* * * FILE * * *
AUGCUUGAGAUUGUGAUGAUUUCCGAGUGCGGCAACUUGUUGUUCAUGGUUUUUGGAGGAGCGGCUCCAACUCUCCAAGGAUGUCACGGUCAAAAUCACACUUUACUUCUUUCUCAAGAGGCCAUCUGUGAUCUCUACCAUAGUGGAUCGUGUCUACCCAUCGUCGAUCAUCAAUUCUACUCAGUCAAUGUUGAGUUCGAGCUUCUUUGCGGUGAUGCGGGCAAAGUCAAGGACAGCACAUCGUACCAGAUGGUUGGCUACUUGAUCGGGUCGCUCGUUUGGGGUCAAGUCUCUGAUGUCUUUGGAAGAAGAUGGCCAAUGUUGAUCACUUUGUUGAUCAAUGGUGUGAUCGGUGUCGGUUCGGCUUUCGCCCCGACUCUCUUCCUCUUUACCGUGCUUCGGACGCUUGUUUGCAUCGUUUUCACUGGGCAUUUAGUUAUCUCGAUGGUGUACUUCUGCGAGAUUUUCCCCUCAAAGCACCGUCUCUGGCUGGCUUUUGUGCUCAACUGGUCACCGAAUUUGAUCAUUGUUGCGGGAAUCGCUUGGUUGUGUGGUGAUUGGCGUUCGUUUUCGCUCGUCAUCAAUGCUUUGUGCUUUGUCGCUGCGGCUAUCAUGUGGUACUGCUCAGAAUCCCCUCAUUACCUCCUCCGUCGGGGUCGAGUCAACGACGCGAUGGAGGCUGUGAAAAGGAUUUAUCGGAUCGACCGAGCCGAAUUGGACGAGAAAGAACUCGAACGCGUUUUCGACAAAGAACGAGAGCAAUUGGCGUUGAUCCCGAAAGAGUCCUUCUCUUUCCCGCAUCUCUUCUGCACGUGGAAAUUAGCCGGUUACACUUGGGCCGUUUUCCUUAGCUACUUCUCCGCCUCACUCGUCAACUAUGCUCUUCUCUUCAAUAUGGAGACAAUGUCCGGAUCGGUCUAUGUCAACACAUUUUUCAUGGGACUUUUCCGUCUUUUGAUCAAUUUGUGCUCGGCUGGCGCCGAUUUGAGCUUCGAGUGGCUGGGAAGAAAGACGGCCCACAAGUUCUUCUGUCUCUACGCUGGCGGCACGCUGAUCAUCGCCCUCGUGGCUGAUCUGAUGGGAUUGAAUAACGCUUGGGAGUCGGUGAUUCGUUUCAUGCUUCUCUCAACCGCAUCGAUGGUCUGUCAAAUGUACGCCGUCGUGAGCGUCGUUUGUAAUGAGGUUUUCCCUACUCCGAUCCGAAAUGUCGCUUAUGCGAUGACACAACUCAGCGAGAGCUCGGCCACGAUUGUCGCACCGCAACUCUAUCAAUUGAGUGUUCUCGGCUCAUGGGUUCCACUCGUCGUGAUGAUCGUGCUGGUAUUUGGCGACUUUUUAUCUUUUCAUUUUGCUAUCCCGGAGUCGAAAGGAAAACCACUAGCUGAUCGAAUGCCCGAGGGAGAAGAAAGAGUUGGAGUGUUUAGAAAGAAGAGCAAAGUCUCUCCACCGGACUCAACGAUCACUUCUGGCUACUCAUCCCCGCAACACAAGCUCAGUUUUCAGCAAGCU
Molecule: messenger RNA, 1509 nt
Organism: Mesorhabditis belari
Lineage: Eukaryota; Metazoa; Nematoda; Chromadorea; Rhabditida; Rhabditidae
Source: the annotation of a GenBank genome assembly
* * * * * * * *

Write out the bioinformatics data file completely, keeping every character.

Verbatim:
AUGCUUGAGAUUGUGAUGAUUUCCGAGUGCGGCAACUUGUUGUUCAUGGUUUUUGGAGGAGCGGCUCCAACUCUCCAAGGAUGUCACGGUCAAAAUCACACUUUACUUCUUUCUCAAGAGGCCAUCUGUGAUCUCUACCAUAGUGGAUCGUGUCUACCCAUCGUCGAUCAUCAAUUCUACUCAGUCAAUGUUGAGUUCGAGCUUCUUUGCGGUGAUGCGGGCAAAGUCAAGGACAGCACAUCGUACCAGAUGGUUGGCUACUUGAUCGGGUCGCUCGUUUGGGGUCAAGUCUCUGAUGUCUUUGGAAGAAGAUGGCCAAUGUUGAUCACUUUGUUGAUCAAUGGUGUGAUCGGUGUCGGUUCGGCUUUCGCCCCGACUCUCUUCCUCUUUACCGUGCUUCGGACGCUUGUUUGCAUCGUUUUCACUGGGCAUUUAGUUAUCUCGAUGGUGUACUUCUGCGAGAUUUUCCCCUCAAAGCACCGUCUCUGGCUGGCUUUUGUGCUCAACUGGUCACCGAAUUUGAUCAUUGUUGCGGGAAUCGCUUGGUUGUGUGGUGAUUGGCGUUCGUUUUCGCUCGUCAUCAAUGCUUUGUGCUUUGUCGCUGCGGCUAUCAUGUGGUACUGCUCAGAAUCCCCUCAUUACCUCCUCCGUCGGGGUCGAGUCAACGACGCGAUGGAGGCUGUGAAAAGGAUUUAUCGGAUCGACCGAGCCGAAUUGGACGAGAAAGAACUCGAACGCGUUUUCGACAAAGAACGAGAGCAAUUGGCGUUGAUCCCGAAAGAGUCCUUCUCUUUCCCGCAUCUCUUCUGCACGUGGAAAUUAGCCGGUUACACUUGGGCCGUUUUCCUUAGCUACUUCUCCGCCUCACUCGUCAACUAUGCUCUUCUCUUCAAUAUGGAGACAAUGUCCGGAUCGGUCUAUGUCAACACAUUUUUCAUGGGACUUUUCCGUCUUUUGAUCAAUUUGUGCUCGGCUGGCGCCGAUUUGAGCUUCGAGUGGCUGGGAAGAAAGACGGCCCACAAGUUCUUCUGUCUCUACGCUGGCGGCACGCUGAUCAUCGCCCUCGUGGCUGAUCUGAUGGGAUUGAAUAACGCUUGGGAGUCGGUGAUUCGUUUCAUGCUUCUCUCAACCGCAUCGAUGGUCUGUCAAAUGUACGCCGUCGUGAGCGUCGUUUGUAAUGAGGUUUUCCCUACUCCGAUCCGAAAUGUCGCUUAUGCGAUGACACAACUCAGCGAGAGCUCGGCCACGAUUGUCGCACCGCAACUCUAUCAAUUGAGUGUUCUCGGCUCAUGGGUUCCACUCGUCGUGAUGAUCGUGCUGGUAUUUGGCGACUUUUUAUCUUUUCAUUUUGCUAUCCCGGAGUCGAAAGGAAAACCACUAGCUGAUCGAAUGCCCGAGGGAGAAGAAAGAGUUGGAGUGUUUAGAAAGAAGAGCAAAGUCUCUCCACCGGACUCAACGAUCACUUCUGGCUACUCAUCCCCGCAACACAAGCUCAGUUUUCAGCAAGCU
Molecule: messenger RNA, 1509 nt
Organism: Mesorhabditis belari
Lineage: Eukaryota; Metazoa; Nematoda; Chromadorea; Rhabditida; Rhabditidae
Source: the annotation of a GenBank genome assembly